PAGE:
The main goal for affirmative action is to create and provide equal opportunities for all, as well as the opportunity to have equal outcomes. Every individual should have the same chance to complete something while education and success is so important. Affirmative action programs makes this possible by trying to ensure that everyone from a minority group gets extra special access to schools and jobs since they would not have the same opportunity as others. However, there are always some downfalls with a new ideas. In 1978, Allan P. Bakke attempted entrance into a medical school but was refused for entrance barely missing one of the spots reserved for general admissions. After being rejected two years in a row, while individuals from the special admissions program were accepted with simnifically lower scores, Bakke filed sue towards the University of California, becoming a vital part of the affirmative action process. His case California V. Bakke, stated that special admissions process violates the Equal Protection Clause and Title VI of the Civil Rights Act and the court ruled in his favor. They decided that schools could still consider race as a factor in the admissions process, but only if it was one of many admissions factors.

Affirmative action gets the support of some people, as it is perceived in the direction towards equality. Affirmative action is basically established from a virtuous and equitable structure with the greatest objectives. As a result, various organizations and segments of public and community support this idea that has been the important driving influence at the success of favorable action like promoting diversity. Diversity as one element among more in college education admissions was later upheld at the Supreme court’s 2003 verdict of Grutter V. Bollinger. Barbra Grutter was a successful business owner and similarly, her application to Michigan Law School was also denied despite her academic qualifications. She was first waitlisted, before later being denied due to what she called racial discrimination. She said that by taking race into consideration, minorities were given an unfair advantage over her, violating the 14th Amendment’s Equal Protection Clause. However, when the case got to the Supreme Court, they decided that yes, a University could consider race in their application process all while being able to state a compelling reason for classifying based on race and show that the policy is narrowly tailored to further that interest.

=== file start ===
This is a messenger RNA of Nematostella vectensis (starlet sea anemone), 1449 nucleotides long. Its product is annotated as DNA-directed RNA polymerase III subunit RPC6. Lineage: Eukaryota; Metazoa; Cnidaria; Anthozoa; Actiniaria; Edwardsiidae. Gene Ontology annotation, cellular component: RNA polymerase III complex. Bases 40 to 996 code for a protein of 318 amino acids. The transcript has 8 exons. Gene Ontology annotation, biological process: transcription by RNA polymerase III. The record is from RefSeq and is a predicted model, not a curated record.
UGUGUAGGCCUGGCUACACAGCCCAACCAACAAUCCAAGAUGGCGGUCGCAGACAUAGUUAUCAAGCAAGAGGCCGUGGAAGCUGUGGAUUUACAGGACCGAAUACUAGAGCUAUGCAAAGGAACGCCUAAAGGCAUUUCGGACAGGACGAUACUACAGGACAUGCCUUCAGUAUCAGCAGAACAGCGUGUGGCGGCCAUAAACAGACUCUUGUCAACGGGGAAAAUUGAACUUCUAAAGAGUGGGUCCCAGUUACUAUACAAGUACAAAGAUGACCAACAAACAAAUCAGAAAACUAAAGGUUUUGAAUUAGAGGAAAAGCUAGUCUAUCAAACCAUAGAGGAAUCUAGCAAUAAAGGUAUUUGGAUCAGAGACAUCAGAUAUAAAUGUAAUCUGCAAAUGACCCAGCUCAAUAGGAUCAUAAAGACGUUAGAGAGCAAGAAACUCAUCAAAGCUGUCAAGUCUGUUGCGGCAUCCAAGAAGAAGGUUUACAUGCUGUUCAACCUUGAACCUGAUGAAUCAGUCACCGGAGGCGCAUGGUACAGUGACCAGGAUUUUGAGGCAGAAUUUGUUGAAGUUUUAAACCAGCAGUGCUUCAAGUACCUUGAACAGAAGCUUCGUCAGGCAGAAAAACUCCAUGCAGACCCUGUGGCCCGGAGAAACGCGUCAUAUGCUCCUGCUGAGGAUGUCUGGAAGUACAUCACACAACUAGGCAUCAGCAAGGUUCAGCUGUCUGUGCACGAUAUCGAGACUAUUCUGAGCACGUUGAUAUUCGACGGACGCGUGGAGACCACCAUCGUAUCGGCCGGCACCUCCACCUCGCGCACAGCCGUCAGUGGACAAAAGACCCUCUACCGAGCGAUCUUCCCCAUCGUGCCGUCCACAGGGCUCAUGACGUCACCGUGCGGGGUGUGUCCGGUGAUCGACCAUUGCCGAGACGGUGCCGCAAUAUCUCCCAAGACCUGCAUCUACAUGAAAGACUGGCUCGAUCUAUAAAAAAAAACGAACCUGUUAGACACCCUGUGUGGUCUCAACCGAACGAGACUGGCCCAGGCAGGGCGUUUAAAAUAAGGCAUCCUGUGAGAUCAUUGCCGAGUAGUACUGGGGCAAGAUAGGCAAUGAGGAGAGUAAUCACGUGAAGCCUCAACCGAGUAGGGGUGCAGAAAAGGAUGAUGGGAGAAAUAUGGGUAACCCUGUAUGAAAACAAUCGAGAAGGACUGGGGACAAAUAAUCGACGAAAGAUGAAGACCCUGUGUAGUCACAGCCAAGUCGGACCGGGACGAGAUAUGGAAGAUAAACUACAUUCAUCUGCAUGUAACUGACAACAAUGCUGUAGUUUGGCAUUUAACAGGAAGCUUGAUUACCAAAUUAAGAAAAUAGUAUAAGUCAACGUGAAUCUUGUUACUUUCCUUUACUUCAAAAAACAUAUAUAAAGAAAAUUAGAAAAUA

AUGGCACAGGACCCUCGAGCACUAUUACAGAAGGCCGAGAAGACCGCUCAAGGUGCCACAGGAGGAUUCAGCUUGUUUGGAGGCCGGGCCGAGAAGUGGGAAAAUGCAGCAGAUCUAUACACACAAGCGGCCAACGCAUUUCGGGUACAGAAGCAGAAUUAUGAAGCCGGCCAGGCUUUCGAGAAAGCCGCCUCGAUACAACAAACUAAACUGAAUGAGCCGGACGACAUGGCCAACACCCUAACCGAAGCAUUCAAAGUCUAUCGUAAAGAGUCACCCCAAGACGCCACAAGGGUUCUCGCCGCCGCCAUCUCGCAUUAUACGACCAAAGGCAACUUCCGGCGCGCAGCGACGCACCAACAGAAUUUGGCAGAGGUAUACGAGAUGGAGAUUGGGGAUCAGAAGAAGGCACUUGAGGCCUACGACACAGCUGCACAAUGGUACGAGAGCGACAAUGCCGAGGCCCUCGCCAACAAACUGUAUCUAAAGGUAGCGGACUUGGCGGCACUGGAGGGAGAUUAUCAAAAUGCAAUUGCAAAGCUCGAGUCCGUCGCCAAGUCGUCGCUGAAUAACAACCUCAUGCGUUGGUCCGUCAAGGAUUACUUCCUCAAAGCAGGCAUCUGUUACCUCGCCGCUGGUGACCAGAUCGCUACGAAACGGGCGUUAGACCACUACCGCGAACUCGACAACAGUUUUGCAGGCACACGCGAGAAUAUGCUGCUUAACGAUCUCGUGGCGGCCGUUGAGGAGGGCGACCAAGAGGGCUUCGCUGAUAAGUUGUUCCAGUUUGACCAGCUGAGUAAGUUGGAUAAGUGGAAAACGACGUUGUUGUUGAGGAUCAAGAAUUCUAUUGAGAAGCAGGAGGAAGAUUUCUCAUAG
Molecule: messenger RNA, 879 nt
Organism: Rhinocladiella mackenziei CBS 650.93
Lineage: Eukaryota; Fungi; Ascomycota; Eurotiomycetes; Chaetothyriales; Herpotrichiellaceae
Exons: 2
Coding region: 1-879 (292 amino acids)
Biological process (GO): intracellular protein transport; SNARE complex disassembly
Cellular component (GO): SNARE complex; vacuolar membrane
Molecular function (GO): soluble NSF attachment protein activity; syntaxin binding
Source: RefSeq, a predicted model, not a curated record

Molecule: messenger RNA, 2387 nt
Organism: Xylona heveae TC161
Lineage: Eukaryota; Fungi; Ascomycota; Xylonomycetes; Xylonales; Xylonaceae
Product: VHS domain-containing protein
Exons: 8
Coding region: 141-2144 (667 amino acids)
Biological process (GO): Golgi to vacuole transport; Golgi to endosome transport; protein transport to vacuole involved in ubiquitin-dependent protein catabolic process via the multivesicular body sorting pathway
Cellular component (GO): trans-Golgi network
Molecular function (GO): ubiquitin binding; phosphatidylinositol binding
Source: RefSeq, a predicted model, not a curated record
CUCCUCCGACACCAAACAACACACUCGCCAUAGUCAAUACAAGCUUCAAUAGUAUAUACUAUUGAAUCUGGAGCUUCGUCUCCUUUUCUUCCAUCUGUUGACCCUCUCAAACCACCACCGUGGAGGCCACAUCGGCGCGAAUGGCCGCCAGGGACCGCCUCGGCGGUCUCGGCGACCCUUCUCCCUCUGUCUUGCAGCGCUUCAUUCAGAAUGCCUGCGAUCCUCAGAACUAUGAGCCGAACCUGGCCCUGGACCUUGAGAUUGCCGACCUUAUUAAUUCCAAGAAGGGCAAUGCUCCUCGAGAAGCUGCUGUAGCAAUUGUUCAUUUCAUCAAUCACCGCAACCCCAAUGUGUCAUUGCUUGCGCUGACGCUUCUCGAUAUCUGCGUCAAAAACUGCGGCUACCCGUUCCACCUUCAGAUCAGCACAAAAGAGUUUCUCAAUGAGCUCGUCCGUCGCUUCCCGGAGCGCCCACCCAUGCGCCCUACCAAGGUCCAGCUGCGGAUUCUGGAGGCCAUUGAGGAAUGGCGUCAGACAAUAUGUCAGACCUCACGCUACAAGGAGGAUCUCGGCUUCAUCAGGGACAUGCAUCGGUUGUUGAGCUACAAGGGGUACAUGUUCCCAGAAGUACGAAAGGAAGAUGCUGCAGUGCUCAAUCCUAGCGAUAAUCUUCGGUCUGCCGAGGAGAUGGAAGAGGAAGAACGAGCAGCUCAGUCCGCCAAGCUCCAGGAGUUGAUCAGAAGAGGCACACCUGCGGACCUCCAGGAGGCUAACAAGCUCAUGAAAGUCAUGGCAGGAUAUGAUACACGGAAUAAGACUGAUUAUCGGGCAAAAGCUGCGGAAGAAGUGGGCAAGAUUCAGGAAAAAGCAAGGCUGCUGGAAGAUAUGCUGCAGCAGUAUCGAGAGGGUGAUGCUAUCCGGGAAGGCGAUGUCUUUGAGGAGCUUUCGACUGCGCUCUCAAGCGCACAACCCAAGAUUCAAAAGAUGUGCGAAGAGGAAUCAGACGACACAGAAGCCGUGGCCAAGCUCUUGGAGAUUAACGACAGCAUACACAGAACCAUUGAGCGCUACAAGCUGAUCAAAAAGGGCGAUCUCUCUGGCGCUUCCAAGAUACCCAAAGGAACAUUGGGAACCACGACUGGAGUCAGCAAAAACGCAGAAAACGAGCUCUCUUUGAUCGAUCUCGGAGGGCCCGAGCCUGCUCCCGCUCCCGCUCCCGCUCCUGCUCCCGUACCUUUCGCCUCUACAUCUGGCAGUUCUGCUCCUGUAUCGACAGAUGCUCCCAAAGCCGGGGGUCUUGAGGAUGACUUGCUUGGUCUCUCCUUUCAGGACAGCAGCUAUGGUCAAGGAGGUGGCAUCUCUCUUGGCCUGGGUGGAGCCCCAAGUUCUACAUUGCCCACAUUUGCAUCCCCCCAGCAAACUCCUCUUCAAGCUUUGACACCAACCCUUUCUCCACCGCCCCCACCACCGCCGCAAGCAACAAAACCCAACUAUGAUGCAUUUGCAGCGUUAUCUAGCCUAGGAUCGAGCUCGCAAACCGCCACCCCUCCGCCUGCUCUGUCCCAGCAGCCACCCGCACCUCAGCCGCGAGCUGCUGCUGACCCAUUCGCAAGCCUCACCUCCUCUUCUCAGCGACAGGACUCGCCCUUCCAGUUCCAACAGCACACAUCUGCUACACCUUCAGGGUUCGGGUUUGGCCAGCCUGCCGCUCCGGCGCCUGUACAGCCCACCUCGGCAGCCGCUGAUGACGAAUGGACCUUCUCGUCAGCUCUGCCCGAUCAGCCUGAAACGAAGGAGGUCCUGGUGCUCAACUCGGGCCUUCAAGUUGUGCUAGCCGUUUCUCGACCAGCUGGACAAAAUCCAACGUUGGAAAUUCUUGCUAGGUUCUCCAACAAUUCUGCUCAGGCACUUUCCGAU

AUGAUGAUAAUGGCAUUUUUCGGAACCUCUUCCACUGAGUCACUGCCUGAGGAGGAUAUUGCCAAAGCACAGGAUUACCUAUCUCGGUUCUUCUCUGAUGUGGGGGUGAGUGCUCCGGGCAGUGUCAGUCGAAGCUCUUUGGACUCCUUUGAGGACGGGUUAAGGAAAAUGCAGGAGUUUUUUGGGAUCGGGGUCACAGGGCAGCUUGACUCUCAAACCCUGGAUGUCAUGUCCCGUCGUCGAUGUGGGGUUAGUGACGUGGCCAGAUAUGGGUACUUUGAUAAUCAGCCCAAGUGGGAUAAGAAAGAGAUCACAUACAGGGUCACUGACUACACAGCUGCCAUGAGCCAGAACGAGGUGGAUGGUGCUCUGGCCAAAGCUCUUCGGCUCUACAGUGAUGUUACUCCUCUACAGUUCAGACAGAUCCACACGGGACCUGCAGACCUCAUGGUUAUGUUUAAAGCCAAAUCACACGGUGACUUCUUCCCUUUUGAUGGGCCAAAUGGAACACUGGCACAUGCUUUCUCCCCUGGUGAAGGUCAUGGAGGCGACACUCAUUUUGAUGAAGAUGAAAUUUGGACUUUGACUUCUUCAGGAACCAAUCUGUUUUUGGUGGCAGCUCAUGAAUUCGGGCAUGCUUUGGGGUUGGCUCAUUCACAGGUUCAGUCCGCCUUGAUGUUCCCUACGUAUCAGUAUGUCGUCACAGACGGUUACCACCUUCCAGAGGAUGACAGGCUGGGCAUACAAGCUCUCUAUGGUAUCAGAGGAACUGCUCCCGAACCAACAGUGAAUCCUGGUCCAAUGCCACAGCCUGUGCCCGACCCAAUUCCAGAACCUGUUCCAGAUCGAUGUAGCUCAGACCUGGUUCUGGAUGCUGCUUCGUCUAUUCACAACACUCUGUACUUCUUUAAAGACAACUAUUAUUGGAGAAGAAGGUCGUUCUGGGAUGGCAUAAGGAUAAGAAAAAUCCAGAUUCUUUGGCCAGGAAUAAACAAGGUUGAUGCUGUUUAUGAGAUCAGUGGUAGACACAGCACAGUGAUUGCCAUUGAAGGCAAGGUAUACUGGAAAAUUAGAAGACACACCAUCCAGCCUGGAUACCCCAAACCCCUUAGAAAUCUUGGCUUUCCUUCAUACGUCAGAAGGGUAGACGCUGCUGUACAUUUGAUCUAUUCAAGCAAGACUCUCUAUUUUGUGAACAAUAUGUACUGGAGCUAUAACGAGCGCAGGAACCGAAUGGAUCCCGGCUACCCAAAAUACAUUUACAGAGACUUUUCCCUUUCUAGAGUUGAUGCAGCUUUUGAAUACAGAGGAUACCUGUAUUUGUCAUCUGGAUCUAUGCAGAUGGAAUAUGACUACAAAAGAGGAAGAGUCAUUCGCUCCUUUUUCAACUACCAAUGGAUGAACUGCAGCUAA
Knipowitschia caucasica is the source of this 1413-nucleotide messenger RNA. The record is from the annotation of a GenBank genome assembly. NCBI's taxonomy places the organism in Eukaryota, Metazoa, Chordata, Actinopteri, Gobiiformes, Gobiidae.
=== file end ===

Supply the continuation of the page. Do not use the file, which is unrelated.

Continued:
When the concept of affirmative action was introduced, it is clear that it was thought of to ensure equal opportunity for all. In no way, was it put in place to make decisions regarding hiring and promotion processes based on race and/or gender. Some employers think that having affirmative action implemented in their company is necessary to comply with the requirements of the Equal Opportunity Laws. Employers mainly implement formal affirmative action programs as a condition of doing business with the government, however an affirmative action program could again be required by a court as well like a remedy for discrimination in the past. The degree to which affirmative action programs seek to get rid of or to reduce discrimination differs widely. Some programs just establish reviews of the hiring procedures for minorities and other affected groups while other programs explicitly favor members of just one group. In these affirmative action programs, minimal work requirements are used to produce the pool of eligible applicants from which members are given choice. Affirmative action involves smaller businesses in two important ways. Firstly, keeping jobs with 15 or more employees from discriminating on the ground of race, color, gender, religion, public origin, and personal ability at practices relating to hiring, compensating, promoting, training, and firing employees.